Thursday, May 10, 2012

Point, Counterpoint

This is my penultimate post, so I am going to do something a little bit different before my wrap-up post on Monday. In every post so far I have chosen one channel from which people may derive pleasure from Twilight and argued as to why it should be considered a Pleasure with a capital P.

But today I want to play devil's advocate and counter some of the arguments I have made. Today I am going to argue against Twilight as a real Pleasure.

Humans have a few animalistic, primitive needs, among which are the desires for sex and companionship, food and nourishment, sleep and relaxation. While no one would deny the pleasure that humans get from satisfying these desires (having sex, eating a cheeseburger, taking a nap), no one would consider the vehicles with which we satisfy these desires as art forms.

Humans are more evolved than other animals. We have the unique capacity to create and appreciate art. The desire for higher entertainment is one which demonstrates no clear evolutionary advantage. An Lamarckian oversimplification: We get pleasure from eating because we need the energy we get from food to care for our young, we get pleasure from sleep because our bodies need time to rebuild themselves, and we get pleasure from sex because we need to reproduce. But why then do we get pleasure from art?

Numerous hypotheses have been put forth: art can emulate life; art can foster relationships between people; art is a status symbol representing a surplus of time and/or money. Perhaps some of these are true, perhaps all of them are true. But the point remains that we are the only species that can appreciate art, and not the only one that can appreciate food, sex, and rest.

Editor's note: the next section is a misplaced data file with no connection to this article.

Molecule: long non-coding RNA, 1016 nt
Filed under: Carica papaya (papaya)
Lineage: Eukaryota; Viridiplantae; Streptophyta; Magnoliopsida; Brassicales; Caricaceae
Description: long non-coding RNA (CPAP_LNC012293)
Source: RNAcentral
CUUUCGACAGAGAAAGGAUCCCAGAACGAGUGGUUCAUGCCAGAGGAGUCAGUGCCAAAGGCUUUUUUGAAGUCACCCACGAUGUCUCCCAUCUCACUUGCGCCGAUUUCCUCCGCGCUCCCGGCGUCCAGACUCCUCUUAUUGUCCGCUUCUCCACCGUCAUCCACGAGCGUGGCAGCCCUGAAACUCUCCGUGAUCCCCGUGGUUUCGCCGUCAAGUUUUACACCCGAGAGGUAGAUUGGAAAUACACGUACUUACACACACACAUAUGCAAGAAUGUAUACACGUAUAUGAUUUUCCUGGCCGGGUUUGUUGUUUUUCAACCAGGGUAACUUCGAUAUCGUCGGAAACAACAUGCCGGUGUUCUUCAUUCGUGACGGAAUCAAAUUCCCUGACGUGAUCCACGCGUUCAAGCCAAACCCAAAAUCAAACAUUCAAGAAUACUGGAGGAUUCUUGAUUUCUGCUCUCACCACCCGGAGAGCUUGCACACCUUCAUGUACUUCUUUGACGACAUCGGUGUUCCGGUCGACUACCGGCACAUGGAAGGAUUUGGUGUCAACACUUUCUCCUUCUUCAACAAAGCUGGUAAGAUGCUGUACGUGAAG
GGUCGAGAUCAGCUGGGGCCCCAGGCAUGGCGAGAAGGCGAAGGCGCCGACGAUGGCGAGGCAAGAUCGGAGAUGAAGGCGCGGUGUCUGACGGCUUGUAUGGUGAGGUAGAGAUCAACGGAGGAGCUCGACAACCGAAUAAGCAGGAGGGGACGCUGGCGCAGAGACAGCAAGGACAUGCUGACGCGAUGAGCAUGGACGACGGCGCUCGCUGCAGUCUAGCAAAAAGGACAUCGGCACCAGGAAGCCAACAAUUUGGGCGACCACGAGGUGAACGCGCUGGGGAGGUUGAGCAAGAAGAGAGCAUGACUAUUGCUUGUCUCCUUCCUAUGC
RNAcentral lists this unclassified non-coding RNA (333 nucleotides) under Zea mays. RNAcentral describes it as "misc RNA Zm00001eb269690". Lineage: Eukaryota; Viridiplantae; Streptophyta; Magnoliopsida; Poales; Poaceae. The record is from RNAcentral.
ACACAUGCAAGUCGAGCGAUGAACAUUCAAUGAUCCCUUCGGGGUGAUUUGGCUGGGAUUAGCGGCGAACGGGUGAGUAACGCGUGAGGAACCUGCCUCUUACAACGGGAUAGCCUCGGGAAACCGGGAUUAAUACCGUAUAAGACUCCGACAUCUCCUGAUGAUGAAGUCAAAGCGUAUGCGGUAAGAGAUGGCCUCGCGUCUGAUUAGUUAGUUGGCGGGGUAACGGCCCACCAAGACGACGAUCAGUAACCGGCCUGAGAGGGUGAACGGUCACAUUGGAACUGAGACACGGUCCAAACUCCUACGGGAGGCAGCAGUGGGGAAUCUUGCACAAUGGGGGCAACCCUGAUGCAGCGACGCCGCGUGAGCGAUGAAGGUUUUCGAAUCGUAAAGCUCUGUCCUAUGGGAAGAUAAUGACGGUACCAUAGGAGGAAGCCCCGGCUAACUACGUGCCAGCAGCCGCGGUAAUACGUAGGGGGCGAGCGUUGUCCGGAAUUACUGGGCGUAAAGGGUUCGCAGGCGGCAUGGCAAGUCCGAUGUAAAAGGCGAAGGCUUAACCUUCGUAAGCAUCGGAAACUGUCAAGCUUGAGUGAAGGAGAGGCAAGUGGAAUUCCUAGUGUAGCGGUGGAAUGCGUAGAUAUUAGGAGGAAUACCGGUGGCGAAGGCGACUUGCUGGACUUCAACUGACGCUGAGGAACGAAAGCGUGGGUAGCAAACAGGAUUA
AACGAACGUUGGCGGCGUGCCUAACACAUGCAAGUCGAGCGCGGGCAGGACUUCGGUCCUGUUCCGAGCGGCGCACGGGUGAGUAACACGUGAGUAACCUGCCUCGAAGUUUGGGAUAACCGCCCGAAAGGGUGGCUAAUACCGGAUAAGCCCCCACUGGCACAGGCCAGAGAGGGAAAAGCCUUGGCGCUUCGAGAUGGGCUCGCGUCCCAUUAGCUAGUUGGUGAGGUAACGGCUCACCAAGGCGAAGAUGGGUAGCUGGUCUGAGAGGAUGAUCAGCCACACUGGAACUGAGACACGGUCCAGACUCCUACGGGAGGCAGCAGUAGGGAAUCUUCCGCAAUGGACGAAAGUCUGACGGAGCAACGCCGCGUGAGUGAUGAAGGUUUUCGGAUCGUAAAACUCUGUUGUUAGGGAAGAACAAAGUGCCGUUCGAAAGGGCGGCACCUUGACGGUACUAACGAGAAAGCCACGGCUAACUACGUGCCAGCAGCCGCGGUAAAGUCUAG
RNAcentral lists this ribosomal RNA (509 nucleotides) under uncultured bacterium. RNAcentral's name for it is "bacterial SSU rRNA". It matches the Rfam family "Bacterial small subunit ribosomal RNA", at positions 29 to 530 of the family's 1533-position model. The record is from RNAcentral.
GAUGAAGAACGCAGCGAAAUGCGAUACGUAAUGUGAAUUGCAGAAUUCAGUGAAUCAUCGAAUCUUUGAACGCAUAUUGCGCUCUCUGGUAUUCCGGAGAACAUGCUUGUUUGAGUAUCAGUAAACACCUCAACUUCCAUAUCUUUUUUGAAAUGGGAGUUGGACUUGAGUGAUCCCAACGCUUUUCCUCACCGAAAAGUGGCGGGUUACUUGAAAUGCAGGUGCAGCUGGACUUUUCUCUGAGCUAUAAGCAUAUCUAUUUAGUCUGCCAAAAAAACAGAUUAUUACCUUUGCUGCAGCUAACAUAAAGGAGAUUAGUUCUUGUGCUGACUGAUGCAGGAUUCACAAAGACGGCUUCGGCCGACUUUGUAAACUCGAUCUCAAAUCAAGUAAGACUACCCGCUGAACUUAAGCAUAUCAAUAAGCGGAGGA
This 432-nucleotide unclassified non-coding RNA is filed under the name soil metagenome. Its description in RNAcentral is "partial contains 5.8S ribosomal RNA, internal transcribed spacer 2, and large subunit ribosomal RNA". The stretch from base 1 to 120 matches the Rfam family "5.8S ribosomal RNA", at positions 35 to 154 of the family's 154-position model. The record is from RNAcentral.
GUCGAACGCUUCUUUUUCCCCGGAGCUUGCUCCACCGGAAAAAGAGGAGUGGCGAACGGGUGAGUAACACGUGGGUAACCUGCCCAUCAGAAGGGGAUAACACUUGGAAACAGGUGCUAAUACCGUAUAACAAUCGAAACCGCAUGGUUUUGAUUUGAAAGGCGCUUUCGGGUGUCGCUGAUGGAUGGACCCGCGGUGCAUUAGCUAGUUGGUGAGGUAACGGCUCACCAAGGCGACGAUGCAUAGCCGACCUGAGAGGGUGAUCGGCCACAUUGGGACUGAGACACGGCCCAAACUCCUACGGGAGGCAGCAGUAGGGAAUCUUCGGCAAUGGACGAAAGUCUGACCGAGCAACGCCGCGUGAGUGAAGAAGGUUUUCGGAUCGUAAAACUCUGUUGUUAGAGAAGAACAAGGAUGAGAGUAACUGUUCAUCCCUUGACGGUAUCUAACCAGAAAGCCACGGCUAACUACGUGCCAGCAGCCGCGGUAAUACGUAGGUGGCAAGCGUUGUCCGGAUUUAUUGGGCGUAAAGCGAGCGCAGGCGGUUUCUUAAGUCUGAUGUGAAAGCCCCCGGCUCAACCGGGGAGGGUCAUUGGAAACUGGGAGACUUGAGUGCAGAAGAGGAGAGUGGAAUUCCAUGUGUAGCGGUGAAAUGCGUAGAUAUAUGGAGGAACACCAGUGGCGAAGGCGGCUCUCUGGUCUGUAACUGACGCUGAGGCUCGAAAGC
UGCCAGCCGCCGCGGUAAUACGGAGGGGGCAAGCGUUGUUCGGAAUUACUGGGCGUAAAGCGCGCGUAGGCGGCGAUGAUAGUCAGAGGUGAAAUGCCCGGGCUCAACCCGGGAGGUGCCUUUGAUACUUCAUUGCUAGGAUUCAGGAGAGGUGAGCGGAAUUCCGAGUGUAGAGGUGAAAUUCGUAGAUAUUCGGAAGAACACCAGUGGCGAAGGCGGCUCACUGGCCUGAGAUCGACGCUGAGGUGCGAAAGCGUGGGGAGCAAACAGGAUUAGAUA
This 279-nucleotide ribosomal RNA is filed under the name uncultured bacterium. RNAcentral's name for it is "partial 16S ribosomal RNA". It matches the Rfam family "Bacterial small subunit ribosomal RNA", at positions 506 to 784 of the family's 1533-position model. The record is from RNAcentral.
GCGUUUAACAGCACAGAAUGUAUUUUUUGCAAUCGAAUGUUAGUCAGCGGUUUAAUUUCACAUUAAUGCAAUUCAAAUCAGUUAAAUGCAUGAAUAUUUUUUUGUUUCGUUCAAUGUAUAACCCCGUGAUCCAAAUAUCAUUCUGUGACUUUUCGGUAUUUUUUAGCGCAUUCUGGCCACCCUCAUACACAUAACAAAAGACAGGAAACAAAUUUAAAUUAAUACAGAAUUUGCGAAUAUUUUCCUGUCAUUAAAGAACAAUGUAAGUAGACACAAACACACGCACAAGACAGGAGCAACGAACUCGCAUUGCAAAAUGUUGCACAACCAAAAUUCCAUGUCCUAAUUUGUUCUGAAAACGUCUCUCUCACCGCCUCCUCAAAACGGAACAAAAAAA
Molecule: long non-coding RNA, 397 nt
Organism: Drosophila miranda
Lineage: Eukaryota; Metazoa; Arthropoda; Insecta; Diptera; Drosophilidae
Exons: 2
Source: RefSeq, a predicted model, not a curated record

So a book that simulates the pleasure we get from food, sex, and rest (Although I suppose food is not really relevant to Twilight) is merely preying on our animalistic senses of pleasure. But a Pleasure is something that appeals to something beyond those animalistic urges.

James Joyce gives us Pleasure because we enjoy the challenge of unraveling a complicated narrative with a complicated plot and complicated characters. Romeo And Juliet gives us Pleasure because we enjoy the intricacies of the dialogue and the interwoven story lines. Pride And Prejudice gives us Pleasure because we enjoy reading the elaborate descriptions. And in all of these there is heavy symbolism, something which we enjoy parsing and interpreting.

But Twilight provides a fantasy, a relatable teenage drama, a simulated relationship, a relaxing break from stress, a ecstasy-like addiction. None of these pleasures appeal to anything other than our primitive desires for food, sex, and rest. And this means that these are the types of things that any animal could theoretically enjoy (if we could teach them to read, of course).

But Pleasure is something that is unique to humans. It's a higher, evolved, sophisticated pleasure. One that transcends logical, evolutionary justification (or at least obvious justification). And in the genre of Pleasure, Twilight falls flat.


  1. James Joyce gives me a Headache. I suppose that's some sort of Pleasure.

  2. It's nice to see that you can play devil's advocate with your own arguments. It demonstrates that you see the complexities of life and culture, and don't simply iron them out into black and white issues. Btw, D.A. Miller, as an interesting book about the pleasure of Austen's style as a writer. I'm not sure you will go for his own style of writing, but it may be something that will interest you. And I'm very impressed with your commitment to this assignment. You've clearly taken it seriously and worked hard at it. Thank you for that!